In the 1800s, bitters were synonymous with a most unlikely industry: medicine.
Used to cure ailments like coughs, stomach aches and kidney disease, people started realizing that bitters were much better in drinks. (Still, it’s hard not to wonder at their restorative qualities after a few sips of an Old Fashioned, which famously uses a few dashes of Angostura Aromatic Bitters.)
A resurgence in craft cocktailing and the farm-to-table movement have thrown this once-obscure ingredient back in the spotlight. And now that dozens of brands and bartenders are creating their own versions of the aromatic additives—flavored with everything from roots, barks, herbs, fruits and spices—they’re becoming harder to ignore.
And why would you? Bitters may not be a cure-all for ailments, but they sure can cure an ailing drink. A dash of bitters often turn a cocktail from humdrum to exceptional. Think of it like the salt-and-pepper of the cocktail world.
Add these five bottles of bitters to your home bar arsenal. Your drinks will never be wanting again.
Though most bitters have been relegated to craft cocktail bars, Angostura has endured in all types of joints over the past two centuries—from dives to hotel and airport bars. The brand is a quintessential ingredient in classic and modern cocktails, and its famed (and secret) recipe has remained the same since 1824. Hell, you can even cook with them!
If you’re going to invest in just one bottle of bitters, Angostura is your answer.
Speaking of the Sazerac, these ruby red bitters are an essential component of the classic. Created in New Orleans in 1838 by apothecary owner Antoine Amedie Peychaud, Peychaud’s Bitters were an essential ingredient in the drink, along with Sazerac Brandy. Over the years, the cocktail’s recipe has been altered countless times, and now often employs rye whiskey, absinthe and Angostura Aromatic Bitters—but always in addition to the original aromatic, Peychaud’s.
The Sazerac is only one way to showcase Peychaud’s particular flavor, which is sweet and anise-forward, rather than heavily herbal. Like Angostura, it’s incredibly versatile and a wonderful addition to cocktails, including the Vieux Carré and Spiced Rhubarb Gimlet. It also has a special way of sprucing up a boring glass of seltzer.
Also of note, Bitter Truth’s Creole Bitters appeared on the market in 2010. While styled after Peychaud’s, its noticeably less sweet and more herbal. If you already have a bottle of the stalwart Peychaud’s, give this newer take a try.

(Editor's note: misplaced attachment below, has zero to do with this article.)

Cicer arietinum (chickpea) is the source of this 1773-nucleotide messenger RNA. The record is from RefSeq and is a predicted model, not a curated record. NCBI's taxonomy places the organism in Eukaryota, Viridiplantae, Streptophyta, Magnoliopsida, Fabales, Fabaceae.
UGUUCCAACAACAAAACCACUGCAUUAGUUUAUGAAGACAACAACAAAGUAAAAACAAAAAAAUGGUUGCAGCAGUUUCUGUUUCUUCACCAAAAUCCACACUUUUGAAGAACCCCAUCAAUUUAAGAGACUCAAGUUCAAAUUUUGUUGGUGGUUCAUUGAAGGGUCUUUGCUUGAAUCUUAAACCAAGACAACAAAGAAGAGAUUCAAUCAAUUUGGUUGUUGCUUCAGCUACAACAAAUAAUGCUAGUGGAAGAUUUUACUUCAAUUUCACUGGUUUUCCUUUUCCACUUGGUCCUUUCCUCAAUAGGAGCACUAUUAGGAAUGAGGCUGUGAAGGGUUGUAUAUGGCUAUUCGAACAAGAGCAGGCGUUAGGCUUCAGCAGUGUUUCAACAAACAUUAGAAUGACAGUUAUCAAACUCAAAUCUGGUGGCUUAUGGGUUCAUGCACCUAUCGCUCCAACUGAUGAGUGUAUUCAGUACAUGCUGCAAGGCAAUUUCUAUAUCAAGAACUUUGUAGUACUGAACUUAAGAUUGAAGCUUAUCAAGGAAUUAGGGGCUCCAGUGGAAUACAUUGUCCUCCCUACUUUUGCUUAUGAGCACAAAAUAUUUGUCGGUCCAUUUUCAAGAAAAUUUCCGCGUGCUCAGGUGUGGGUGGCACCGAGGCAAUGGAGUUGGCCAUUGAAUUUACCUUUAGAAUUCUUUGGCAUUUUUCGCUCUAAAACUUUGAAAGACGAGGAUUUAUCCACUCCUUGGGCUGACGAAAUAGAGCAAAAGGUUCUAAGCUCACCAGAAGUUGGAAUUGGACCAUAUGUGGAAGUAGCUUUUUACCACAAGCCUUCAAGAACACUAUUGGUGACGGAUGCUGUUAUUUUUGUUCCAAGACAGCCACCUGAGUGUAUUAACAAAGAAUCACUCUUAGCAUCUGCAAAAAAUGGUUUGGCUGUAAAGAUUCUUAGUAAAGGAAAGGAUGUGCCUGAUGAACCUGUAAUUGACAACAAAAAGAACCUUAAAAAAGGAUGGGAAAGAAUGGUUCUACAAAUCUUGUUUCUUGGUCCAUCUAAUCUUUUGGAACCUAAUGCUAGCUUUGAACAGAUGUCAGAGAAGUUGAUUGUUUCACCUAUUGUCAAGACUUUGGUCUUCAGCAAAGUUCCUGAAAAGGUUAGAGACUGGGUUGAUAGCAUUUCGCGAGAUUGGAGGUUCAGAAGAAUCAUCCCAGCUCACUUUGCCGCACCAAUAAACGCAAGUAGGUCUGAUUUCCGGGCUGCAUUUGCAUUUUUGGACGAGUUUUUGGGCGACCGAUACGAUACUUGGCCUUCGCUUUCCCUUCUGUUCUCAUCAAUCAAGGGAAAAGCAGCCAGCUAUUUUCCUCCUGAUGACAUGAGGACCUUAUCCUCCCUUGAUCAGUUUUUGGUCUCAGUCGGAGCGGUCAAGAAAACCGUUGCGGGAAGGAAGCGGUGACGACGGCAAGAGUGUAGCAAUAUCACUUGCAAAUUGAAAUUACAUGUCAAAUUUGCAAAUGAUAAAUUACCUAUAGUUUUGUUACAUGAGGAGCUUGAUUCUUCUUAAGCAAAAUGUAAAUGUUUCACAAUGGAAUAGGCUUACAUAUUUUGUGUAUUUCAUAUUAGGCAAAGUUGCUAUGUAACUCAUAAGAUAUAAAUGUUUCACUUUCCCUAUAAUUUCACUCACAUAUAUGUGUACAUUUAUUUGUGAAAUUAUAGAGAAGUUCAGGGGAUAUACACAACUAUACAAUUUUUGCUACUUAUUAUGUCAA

To round out a formidable start to your home bitters arsenal, snag bottle of orange bitters. The flavor is far more straightforward than Angostura and Peychaud’s, both of which could leave you guessing their contents, and, frankly, no Dry Martini is complete without them.
Aside from its traditional offering, Angostura also has its own version of orange bitters, which are lovely. Another fantastic orange bitter comes from veteran mixologist and cocktail guru Gary (aka Gaz) Regan. His Regan Orange Bitters No. 6—named for the number of attempts it took to perfect the recipe—are luscious and spicy.
Lastly are The Bitter Truth Orange Bitters. A solid brand all-around, this citrus flavor is one of its strongest offerings.
Now that your bitters arsenal is taking shape, it’s time to round it out with a couple of less classic bottles. Gin & Tonics practically beg for a little something extra. The first good option? Straightforward and juicy Scrappy’s Grapefruit Bitters.
The second, Bittermens Hopped Grapefruit Bitters, wields even more bitter power. Hops and grapefruit complement each other and lend themselves well to flavoring all kinds of drinks. Try them in an Old Fashioned or a Martini.
With the previous four bottles, you’ve got a sturdy grouping of bitters for any home bar. Plus, you’re now off to a great start to learning how to experiment with aromatics and seasoning cocktails. Once you’re sucked into this flavorful world, it may turn into an obsession. If you want to keep adding to your collection, there are literally dozens of brands of bitters on shelves now.
Two solid choices are The Bitter Truth Celery Bitters (a bit trickier to use, but a blast to experiment with) and Bittermens Xocolatl Mole Bitters. Both pack impressive flavor and aroma and can hold their own in a cocktail.
Mixing your cocktail